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DC Stadium to Boast Significant Stormwater Storage Plus Solar Array, Will Save $125K on Utility Bills

A new stadium in Washington, DC, will provide storage for more than 55,000 cubic feet of stormwater onsite through green roofs, bioretention areas, and infiltration basins. Audi Field, which broke ground earlier this year, will be home to Major League Soccer team DC United. In addition to the stormwater retention system, the stadium will include an 884-kilowatt solar array installed on the stadium’s canopy and throughout the site along with a variety of smaller energy and water efficient technologies.

The measures are being funded through the DC PACE program’s green financing solution, which operates through a public-private partnership, allowing local lenders to fund environmentally beneficial projects at no cost to taxpayers. This $25 million deal, done through a relationship with locally-based EagleBank, is the nation’s largest single PACE note issued to date, according to DC United. PACE’s funding will also include money for high-efficiency heating and cooling systems, LED field lighting, additional building insulation, and low-flow water fixtures. These measures will result in a 25% reduction in energy use and will reduce emissions by 820 metric tons of CO2 annually, DC PACE says. They will save an estimated $125,000 annually on utility bills.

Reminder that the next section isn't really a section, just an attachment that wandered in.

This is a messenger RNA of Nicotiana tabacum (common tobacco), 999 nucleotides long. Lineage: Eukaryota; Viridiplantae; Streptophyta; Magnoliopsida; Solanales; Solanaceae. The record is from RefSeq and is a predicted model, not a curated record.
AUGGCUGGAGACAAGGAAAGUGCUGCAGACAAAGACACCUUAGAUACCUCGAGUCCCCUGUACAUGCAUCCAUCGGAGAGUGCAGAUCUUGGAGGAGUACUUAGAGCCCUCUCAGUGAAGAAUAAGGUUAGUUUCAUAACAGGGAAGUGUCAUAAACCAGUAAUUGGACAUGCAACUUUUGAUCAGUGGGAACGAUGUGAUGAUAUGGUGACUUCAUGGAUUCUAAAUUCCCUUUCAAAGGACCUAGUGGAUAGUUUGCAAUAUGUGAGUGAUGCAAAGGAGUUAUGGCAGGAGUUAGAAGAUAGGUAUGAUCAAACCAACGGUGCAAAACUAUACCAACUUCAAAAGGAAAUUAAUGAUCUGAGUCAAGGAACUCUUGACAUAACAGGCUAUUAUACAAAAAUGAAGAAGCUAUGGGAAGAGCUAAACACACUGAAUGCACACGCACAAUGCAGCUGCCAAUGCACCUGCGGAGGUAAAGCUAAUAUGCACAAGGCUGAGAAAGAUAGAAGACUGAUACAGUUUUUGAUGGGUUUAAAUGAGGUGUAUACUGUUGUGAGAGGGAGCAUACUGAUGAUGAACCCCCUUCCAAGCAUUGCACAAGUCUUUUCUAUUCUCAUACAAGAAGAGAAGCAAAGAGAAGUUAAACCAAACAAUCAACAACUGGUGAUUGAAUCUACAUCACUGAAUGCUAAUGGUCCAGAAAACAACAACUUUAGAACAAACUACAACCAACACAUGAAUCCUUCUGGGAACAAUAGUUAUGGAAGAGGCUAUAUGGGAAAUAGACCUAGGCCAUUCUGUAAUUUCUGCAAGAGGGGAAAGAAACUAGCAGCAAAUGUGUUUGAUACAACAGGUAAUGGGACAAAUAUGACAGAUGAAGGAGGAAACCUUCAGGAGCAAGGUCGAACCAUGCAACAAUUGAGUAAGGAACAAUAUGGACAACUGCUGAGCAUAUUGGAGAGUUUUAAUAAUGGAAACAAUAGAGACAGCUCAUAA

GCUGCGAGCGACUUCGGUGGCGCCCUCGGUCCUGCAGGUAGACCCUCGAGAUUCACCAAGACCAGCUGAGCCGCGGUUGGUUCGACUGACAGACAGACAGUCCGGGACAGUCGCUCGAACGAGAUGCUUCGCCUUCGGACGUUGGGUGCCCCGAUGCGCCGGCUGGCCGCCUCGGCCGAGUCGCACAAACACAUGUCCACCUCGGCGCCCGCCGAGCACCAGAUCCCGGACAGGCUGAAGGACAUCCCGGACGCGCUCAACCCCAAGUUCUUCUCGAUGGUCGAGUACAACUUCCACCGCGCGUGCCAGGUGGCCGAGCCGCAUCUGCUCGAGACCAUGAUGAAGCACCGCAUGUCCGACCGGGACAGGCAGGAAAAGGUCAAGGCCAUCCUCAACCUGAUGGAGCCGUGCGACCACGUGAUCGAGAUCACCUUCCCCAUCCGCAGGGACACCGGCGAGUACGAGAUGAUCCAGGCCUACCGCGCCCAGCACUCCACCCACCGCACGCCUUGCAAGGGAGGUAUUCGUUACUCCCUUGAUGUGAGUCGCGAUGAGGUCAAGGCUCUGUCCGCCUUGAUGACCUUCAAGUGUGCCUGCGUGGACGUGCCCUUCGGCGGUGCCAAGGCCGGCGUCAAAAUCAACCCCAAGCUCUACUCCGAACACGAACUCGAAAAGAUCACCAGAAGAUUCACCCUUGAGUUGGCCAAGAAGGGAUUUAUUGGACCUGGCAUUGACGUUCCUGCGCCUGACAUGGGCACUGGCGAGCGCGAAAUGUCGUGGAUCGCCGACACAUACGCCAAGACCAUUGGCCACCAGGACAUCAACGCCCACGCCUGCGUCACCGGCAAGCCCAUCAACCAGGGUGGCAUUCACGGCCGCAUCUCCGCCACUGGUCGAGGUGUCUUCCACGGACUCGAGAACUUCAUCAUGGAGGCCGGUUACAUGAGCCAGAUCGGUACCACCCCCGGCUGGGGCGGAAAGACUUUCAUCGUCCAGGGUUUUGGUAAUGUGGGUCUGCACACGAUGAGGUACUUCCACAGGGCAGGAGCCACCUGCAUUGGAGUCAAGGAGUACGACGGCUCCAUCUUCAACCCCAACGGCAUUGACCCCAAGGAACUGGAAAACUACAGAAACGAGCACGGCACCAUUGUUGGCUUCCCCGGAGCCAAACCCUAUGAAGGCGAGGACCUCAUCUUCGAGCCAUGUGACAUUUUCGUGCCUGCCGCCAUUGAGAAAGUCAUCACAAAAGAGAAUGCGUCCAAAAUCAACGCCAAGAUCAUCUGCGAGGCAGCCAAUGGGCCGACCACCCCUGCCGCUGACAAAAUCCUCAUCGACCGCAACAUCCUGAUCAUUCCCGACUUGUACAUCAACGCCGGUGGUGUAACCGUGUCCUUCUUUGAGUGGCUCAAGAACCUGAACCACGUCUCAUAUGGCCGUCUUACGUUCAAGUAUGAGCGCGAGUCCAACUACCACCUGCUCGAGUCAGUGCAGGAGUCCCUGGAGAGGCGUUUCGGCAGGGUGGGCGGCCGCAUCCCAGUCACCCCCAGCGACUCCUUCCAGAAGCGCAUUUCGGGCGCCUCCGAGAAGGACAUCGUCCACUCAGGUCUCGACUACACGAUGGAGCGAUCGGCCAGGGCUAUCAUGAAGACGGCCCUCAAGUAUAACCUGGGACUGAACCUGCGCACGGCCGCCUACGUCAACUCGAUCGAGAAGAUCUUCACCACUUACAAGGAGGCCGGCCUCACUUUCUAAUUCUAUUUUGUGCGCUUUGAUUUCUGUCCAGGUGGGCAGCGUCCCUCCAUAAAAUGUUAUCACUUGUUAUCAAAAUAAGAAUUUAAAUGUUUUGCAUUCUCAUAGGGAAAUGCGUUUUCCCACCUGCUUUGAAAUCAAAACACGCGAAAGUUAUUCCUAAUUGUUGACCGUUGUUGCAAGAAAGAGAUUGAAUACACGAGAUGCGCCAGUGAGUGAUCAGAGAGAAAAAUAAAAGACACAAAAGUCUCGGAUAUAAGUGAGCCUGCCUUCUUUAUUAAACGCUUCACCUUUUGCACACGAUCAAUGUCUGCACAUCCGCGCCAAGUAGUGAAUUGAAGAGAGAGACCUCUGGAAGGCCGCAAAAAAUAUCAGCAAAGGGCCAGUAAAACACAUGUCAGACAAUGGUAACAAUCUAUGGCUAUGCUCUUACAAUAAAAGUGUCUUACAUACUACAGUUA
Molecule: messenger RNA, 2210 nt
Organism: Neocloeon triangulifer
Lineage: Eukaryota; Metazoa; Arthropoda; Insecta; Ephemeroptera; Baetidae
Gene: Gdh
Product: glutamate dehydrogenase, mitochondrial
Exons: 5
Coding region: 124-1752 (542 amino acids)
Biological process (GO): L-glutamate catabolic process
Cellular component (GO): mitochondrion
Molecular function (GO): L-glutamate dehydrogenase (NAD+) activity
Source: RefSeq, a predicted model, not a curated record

While stadiums are not always a good choice for cities, Audi Field may point the way toward a better, more sustainable way to finance such projects. In addition to PACE’s clean energy deal, the project also includes a $95 million loan from Goldman Sachs, according to Curbed.

DC Mayor Bowser says the stadium will boost local economic development and create good green jobs for District workers, “all without costing DC government a cent.”

In April, the Milwaukee Bucks announced that its new Wisconsin Entertainment & Sports Center is being built with an eye to reducing the arena’s footprint, ensuring energy efficiency, and furthering sustainability. The Bucks have contracted with Johnson Controls to create the arena as a “smart building” that the organization says will be “the gold standard for a sports and entertainment facility.”

And earlier this year, Mercedes-Benz Stadium, the Atlanta Falcon’s new home, announced that it is seeking LEED Platinum certification — and is “on target” to achieve this highest level of the green building rating from the US Green Building Council.

Once construction is completed this summer, the stadium is is expected to be the first NFL and MLS stadium to achieve LEED Platinum. It will also be the first sports facility to achieve all water credits available for LEED.

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